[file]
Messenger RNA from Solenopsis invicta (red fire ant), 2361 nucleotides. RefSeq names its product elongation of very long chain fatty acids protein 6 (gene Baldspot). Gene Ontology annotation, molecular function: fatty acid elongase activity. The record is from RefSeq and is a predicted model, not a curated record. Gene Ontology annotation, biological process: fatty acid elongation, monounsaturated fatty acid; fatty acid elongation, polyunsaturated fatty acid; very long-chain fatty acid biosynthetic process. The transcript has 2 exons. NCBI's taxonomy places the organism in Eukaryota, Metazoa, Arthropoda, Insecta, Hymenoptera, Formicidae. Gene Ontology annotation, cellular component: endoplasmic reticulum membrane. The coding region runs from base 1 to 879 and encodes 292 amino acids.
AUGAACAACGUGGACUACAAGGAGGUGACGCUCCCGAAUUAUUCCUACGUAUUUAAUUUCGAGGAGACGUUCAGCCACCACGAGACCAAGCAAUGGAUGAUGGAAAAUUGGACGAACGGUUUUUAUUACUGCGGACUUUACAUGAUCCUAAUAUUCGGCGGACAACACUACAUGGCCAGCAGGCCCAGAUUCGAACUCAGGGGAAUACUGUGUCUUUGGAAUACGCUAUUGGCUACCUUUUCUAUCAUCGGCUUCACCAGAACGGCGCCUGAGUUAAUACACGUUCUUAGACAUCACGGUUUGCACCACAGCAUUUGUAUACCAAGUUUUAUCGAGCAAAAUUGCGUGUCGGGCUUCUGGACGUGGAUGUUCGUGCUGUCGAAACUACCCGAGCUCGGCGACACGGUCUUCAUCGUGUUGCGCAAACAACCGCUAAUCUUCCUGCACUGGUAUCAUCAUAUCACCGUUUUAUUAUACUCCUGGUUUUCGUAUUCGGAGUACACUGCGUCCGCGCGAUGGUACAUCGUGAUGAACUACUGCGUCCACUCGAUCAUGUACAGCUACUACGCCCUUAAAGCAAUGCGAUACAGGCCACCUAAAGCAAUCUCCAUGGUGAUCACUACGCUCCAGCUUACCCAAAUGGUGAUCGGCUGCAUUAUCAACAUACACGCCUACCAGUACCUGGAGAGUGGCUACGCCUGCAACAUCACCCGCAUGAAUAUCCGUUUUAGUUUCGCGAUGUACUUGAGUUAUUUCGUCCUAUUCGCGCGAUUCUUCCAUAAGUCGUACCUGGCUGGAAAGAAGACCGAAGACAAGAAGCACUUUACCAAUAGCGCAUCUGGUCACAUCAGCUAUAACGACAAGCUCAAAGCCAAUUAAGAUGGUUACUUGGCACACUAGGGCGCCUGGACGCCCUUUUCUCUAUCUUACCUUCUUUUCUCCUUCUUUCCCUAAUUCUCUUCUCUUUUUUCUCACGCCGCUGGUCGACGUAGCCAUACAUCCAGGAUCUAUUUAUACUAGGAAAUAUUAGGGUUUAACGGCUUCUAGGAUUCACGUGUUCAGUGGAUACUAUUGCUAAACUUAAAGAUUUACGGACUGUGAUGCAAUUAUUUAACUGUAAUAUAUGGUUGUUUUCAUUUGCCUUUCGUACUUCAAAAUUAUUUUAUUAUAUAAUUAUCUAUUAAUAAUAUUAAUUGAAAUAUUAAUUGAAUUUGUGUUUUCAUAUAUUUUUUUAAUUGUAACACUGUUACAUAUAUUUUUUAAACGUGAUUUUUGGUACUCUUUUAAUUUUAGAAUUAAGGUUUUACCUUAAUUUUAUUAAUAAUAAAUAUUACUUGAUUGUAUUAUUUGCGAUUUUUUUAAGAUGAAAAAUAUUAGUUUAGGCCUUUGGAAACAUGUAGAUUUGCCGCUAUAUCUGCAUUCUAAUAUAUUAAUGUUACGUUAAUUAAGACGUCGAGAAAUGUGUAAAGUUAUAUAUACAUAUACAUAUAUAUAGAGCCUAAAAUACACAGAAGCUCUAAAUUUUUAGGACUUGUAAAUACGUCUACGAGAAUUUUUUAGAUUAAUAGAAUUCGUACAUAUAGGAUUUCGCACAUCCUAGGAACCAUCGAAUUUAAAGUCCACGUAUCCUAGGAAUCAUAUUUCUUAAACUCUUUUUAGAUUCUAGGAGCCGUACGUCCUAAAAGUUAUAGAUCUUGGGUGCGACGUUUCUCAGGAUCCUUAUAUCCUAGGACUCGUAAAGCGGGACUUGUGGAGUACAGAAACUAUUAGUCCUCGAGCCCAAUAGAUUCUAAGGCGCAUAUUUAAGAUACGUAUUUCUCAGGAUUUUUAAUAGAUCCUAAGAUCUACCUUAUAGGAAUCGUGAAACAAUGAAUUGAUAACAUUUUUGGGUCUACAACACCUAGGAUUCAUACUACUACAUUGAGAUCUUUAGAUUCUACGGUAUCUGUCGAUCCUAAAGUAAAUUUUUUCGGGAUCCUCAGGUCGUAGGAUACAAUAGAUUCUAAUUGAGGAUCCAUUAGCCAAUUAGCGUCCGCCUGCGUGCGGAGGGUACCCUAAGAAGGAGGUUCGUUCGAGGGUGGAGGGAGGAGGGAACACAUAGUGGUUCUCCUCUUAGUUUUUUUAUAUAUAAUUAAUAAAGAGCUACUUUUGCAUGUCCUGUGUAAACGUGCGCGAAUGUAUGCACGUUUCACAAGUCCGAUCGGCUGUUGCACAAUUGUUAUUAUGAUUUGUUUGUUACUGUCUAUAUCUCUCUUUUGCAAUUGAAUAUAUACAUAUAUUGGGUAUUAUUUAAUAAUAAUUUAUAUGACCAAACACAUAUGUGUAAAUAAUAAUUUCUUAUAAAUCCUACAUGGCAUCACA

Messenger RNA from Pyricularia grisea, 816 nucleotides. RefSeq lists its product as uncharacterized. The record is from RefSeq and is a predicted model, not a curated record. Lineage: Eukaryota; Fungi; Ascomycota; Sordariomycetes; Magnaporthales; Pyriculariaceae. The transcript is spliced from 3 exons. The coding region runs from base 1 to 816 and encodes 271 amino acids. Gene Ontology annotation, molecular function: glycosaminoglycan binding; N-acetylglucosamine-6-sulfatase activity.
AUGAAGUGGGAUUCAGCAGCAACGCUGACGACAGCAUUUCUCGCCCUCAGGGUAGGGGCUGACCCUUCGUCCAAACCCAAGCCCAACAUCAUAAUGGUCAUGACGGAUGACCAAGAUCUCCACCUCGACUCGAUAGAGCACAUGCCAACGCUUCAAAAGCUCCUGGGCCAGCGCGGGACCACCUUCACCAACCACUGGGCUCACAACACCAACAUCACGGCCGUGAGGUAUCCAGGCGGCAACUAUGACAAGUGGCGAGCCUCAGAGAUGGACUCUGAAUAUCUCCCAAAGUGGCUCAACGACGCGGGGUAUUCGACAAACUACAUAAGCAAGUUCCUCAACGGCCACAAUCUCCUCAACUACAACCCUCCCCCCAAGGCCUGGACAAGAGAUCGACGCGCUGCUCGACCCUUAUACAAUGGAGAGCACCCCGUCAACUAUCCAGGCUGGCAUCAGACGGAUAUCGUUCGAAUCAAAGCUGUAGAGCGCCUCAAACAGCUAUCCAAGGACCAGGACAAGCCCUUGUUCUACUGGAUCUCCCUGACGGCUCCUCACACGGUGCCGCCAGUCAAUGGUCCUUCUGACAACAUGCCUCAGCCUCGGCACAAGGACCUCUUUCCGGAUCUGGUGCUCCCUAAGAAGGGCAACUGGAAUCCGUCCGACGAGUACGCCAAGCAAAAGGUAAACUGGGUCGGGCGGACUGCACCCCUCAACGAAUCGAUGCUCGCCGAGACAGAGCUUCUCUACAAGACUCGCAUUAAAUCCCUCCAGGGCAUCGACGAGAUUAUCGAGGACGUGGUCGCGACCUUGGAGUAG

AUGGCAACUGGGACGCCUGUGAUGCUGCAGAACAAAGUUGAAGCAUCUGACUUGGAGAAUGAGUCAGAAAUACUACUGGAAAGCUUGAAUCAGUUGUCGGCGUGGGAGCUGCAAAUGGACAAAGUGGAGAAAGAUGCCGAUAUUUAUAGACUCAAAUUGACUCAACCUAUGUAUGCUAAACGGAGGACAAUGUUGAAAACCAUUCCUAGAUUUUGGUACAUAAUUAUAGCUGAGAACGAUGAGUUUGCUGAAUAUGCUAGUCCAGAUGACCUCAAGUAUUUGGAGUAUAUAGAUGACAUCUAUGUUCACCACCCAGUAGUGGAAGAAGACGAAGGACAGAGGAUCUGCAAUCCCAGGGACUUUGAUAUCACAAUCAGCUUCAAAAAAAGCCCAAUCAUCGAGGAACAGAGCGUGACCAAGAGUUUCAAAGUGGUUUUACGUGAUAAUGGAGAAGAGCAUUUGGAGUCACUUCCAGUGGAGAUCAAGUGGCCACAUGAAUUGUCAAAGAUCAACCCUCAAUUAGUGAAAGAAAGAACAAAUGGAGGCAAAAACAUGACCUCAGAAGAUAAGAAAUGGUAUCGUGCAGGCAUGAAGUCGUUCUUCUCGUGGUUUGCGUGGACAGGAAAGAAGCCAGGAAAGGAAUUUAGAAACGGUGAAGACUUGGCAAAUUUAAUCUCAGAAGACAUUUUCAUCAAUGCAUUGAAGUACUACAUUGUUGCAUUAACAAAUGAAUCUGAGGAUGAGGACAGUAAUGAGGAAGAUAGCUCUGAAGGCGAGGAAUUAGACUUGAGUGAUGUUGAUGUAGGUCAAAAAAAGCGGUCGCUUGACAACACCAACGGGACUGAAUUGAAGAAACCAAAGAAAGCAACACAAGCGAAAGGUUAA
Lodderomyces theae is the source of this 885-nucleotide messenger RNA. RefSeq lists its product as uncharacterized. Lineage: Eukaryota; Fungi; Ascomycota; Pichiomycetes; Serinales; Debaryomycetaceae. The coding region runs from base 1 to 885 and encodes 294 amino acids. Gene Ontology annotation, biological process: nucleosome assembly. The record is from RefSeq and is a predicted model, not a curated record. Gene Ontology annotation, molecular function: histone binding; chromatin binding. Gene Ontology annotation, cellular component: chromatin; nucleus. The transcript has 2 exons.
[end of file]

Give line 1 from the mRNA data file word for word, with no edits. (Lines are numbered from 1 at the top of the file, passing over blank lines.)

Messenger RNA from Solenopsis invicta (red fire ant), 2361 nucleotides. RefSeq names its product elongation of very long chain fatty acids protein 6 (gene Baldspot). Gene Ontology annotation, molecular function: fatty acid elongase activity. The record is from RefSeq and is a predicted model, not a curated record. Gene Ontology annotation, biological process: fatty acid elongation, monounsaturated fatty acid; fatty acid elongation, polyunsaturated fatty acid; very long-chain fatty acid biosynthetic process. The transcript has 2 exons. NCBI's taxonomy places the organism in Eukaryota, Metazoa, Arthropoda, Insecta, Hymenoptera, Formicidae. Gene Ontology annotation, cellular component: endoplasmic reticulum membrane. The coding region runs from base 1 to 879 and encodes 292 amino acids.